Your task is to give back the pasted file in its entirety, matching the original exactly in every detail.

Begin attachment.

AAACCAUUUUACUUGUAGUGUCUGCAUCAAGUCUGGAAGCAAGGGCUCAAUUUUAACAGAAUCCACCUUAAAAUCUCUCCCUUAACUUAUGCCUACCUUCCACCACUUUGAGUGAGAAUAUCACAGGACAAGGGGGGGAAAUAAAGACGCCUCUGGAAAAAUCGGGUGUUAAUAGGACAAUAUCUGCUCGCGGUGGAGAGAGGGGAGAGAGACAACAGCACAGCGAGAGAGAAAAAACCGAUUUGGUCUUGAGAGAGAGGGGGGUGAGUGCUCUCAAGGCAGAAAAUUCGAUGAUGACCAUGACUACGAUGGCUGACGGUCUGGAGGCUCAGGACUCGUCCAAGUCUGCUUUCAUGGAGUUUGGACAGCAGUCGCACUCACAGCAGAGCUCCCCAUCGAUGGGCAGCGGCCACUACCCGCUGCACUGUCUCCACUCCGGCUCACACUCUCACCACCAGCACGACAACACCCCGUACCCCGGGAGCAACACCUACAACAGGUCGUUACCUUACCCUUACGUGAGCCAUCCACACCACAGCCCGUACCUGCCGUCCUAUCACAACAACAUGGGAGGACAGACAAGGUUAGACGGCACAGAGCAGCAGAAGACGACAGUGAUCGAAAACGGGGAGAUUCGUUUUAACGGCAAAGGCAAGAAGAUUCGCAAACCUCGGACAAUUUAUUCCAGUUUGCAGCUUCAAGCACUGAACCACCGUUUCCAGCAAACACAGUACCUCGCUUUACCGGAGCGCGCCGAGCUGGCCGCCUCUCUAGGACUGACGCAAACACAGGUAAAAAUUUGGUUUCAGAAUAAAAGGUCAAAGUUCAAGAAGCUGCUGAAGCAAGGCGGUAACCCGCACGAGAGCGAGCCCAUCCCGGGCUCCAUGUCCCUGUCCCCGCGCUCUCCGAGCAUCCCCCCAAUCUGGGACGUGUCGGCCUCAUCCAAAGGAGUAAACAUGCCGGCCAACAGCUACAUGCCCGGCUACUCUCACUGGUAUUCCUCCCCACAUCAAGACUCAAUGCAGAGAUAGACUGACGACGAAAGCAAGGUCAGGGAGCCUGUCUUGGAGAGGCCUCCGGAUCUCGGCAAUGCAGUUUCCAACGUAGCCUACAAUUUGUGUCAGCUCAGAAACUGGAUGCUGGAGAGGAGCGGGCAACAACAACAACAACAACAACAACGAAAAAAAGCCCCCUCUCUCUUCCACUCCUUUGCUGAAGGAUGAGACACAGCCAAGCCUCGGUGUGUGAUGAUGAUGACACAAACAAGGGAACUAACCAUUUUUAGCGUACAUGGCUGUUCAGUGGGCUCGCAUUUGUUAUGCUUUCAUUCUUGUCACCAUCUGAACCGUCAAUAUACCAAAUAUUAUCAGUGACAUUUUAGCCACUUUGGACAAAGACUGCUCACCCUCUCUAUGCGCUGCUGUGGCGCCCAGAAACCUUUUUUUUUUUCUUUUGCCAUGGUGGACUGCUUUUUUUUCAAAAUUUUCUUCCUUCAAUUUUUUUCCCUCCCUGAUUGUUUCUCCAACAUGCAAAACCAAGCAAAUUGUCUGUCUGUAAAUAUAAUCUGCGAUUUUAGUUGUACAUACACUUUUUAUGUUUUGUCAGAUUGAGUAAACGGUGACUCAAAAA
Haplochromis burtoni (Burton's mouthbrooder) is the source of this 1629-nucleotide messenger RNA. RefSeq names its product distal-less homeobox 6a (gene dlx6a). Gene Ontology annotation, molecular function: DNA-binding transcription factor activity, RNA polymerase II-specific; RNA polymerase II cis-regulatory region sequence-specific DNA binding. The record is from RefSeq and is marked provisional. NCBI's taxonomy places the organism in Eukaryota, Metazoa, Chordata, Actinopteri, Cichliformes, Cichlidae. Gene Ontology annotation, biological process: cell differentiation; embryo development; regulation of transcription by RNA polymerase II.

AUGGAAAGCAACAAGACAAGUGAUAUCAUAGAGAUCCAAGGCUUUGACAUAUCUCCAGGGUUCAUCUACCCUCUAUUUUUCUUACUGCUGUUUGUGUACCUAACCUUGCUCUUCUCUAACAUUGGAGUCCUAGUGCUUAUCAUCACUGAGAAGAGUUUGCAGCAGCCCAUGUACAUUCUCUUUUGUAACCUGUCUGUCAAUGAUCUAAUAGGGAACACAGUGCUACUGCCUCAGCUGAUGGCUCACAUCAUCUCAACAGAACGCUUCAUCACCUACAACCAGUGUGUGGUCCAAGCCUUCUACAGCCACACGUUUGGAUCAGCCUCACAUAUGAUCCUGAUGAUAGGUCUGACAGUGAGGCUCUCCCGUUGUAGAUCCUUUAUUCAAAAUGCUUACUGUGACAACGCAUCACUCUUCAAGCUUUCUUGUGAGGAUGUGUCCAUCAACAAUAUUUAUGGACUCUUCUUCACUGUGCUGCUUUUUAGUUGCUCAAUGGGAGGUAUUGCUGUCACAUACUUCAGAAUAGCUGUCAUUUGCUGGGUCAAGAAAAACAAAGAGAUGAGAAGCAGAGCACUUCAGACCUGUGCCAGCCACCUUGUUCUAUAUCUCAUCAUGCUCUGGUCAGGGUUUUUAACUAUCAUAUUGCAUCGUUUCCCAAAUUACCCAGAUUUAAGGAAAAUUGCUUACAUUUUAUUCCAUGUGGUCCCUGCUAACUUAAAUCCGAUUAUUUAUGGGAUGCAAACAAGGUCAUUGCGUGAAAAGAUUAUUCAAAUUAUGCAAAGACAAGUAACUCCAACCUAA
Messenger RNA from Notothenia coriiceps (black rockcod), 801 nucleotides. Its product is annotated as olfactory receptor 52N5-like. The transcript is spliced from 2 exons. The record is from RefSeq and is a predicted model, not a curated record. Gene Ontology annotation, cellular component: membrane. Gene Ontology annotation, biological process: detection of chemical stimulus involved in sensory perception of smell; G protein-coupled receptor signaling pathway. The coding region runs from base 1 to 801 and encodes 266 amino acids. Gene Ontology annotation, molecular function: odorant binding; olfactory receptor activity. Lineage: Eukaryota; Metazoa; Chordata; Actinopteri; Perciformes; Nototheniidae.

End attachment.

AAACCAUUUUACUUGUAGUGUCUGCAUCAAGUCUGGAAGCAAGGGCUCAAUUUUAACAGAAUCCACCUUAAAAUCUCUCCCUUAACUUAUGCCUACCUUCCACCACUUUGAGUGAGAAUAUCACAGGACAAGGGGGGGAAAUAAAGACGCCUCUGGAAAAAUCGGGUGUUAAUAGGACAAUAUCUGCUCGCGGUGGAGAGAGGGGAGAGAGACAACAGCACAGCGAGAGAGAAAAAACCGAUUUGGUCUUGAGAGAGAGGGGGGUGAGUGCUCUCAAGGCAGAAAAUUCGAUGAUGACCAUGACUACGAUGGCUGACGGUCUGGAGGCUCAGGACUCGUCCAAGUCUGCUUUCAUGGAGUUUGGACAGCAGUCGCACUCACAGCAGAGCUCCCCAUCGAUGGGCAGCGGCCACUACCCGCUGCACUGUCUCCACUCCGGCUCACACUCUCACCACCAGCACGACAACACCCCGUACCCCGGGAGCAACACCUACAACAGGUCGUUACCUUACCCUUACGUGAGCCAUCCACACCACAGCCCGUACCUGCCGUCCUAUCACAACAACAUGGGAGGACAGACAAGGUUAGACGGCACAGAGCAGCAGAAGACGACAGUGAUCGAAAACGGGGAGAUUCGUUUUAACGGCAAAGGCAAGAAGAUUCGCAAACCUCGGACAAUUUAUUCCAGUUUGCAGCUUCAAGCACUGAACCACCGUUUCCAGCAAACACAGUACCUCGCUUUACCGGAGCGCGCCGAGCUGGCCGCCUCUCUAGGACUGACGCAAACACAGGUAAAAAUUUGGUUUCAGAAUAAAAGGUCAAAGUUCAAGAAGCUGCUGAAGCAAGGCGGUAACCCGCACGAGAGCGAGCCCAUCCCGGGCUCCAUGUCCCUGUCCCCGCGCUCUCCGAGCAUCCCCCCAAUCUGGGACGUGUCGGCCUCAUCCAAAGGAGUAAACAUGCCGGCCAACAGCUACAUGCCCGGCUACUCUCACUGGUAUUCCUCCCCACAUCAAGACUCAAUGCAGAGAUAGACUGACGACGAAAGCAAGGUCAGGGAGCCUGUCUUGGAGAGGCCUCCGGAUCUCGGCAAUGCAGUUUCCAACGUAGCCUACAAUUUGUGUCAGCUCAGAAACUGGAUGCUGGAGAGGAGCGGGCAACAACAACAACAACAACAACAACGAAAAAAAGCCCCCUCUCUCUUCCACUCCUUUGCUGAAGGAUGAGACACAGCCAAGCCUCGGUGUGUGAUGAUGAUGACACAAACAAGGGAACUAACCAUUUUUAGCGUACAUGGCUGUUCAGUGGGCUCGCAUUUGUUAUGCUUUCAUUCUUGUCACCAUCUGAACCGUCAAUAUACCAAAUAUUAUCAGUGACAUUUUAGCCACUUUGGACAAAGACUGCUCACCCUCUCUAUGCGCUGCUGUGGCGCCCAGAAACCUUUUUUUUUUUCUUUUGCCAUGGUGGACUGCUUUUUUUUCAAAAUUUUCUUCCUUCAAUUUUUUUCCCUCCCUGAUUGUUUCUCCAACAUGCAAAACCAAGCAAAUUGUCUGUCUGUAAAUAUAAUCUGCGAUUUUAGUUGUACAUACACUUUUUAUGUUUUGUCAGAUUGAGUAAACGGUGACUCAAAAA
Haplochromis burtoni (Burton's mouthbrooder) is the source of this 1629-nucleotide messenger RNA. RefSeq names its product distal-less homeobox 6a (gene dlx6a). Gene Ontology annotation, molecular function: DNA-binding transcription factor activity, RNA polymerase II-specific; RNA polymerase II cis-regulatory region sequence-specific DNA binding. The record is from RefSeq and is marked provisional. NCBI's taxonomy places the organism in Eukaryota, Metazoa, Chordata, Actinopteri, Cichliformes, Cichlidae. Gene Ontology annotation, biological process: cell differentiation; embryo development; regulation of transcription by RNA polymerase II.

AUGGAAAGCAACAAGACAAGUGAUAUCAUAGAGAUCCAAGGCUUUGACAUAUCUCCAGGGUUCAUCUACCCUCUAUUUUUCUUACUGCUGUUUGUGUACCUAACCUUGCUCUUCUCUAACAUUGGAGUCCUAGUGCUUAUCAUCACUGAGAAGAGUUUGCAGCAGCCCAUGUACAUUCUCUUUUGUAACCUGUCUGUCAAUGAUCUAAUAGGGAACACAGUGCUACUGCCUCAGCUGAUGGCUCACAUCAUCUCAACAGAACGCUUCAUCACCUACAACCAGUGUGUGGUCCAAGCCUUCUACAGCCACACGUUUGGAUCAGCCUCACAUAUGAUCCUGAUGAUAGGUCUGACAGUGAGGCUCUCCCGUUGUAGAUCCUUUAUUCAAAAUGCUUACUGUGACAACGCAUCACUCUUCAAGCUUUCUUGUGAGGAUGUGUCCAUCAACAAUAUUUAUGGACUCUUCUUCACUGUGCUGCUUUUUAGUUGCUCAAUGGGAGGUAUUGCUGUCACAUACUUCAGAAUAGCUGUCAUUUGCUGGGUCAAGAAAAACAAAGAGAUGAGAAGCAGAGCACUUCAGACCUGUGCCAGCCACCUUGUUCUAUAUCUCAUCAUGCUCUGGUCAGGGUUUUUAACUAUCAUAUUGCAUCGUUUCCCAAAUUACCCAGAUUUAAGGAAAAUUGCUUACAUUUUAUUCCAUGUGGUCCCUGCUAACUUAAAUCCGAUUAUUUAUGGGAUGCAAACAAGGUCAUUGCGUGAAAAGAUUAUUCAAAUUAUGCAAAGACAAGUAACUCCAACCUAA
Messenger RNA from Notothenia coriiceps (black rockcod), 801 nucleotides. Its product is annotated as olfactory receptor 52N5-like. The transcript is spliced from 2 exons. The record is from RefSeq and is a predicted model, not a curated record. Gene Ontology annotation, cellular component: membrane. Gene Ontology annotation, biological process: detection of chemical stimulus involved in sensory perception of smell; G protein-coupled receptor signaling pathway. The coding region runs from base 1 to 801 and encodes 266 amino acids. Gene Ontology annotation, molecular function: odorant binding; olfactory receptor activity. Lineage: Eukaryota; Metazoa; Chordata; Actinopteri; Perciformes; Nototheniidae.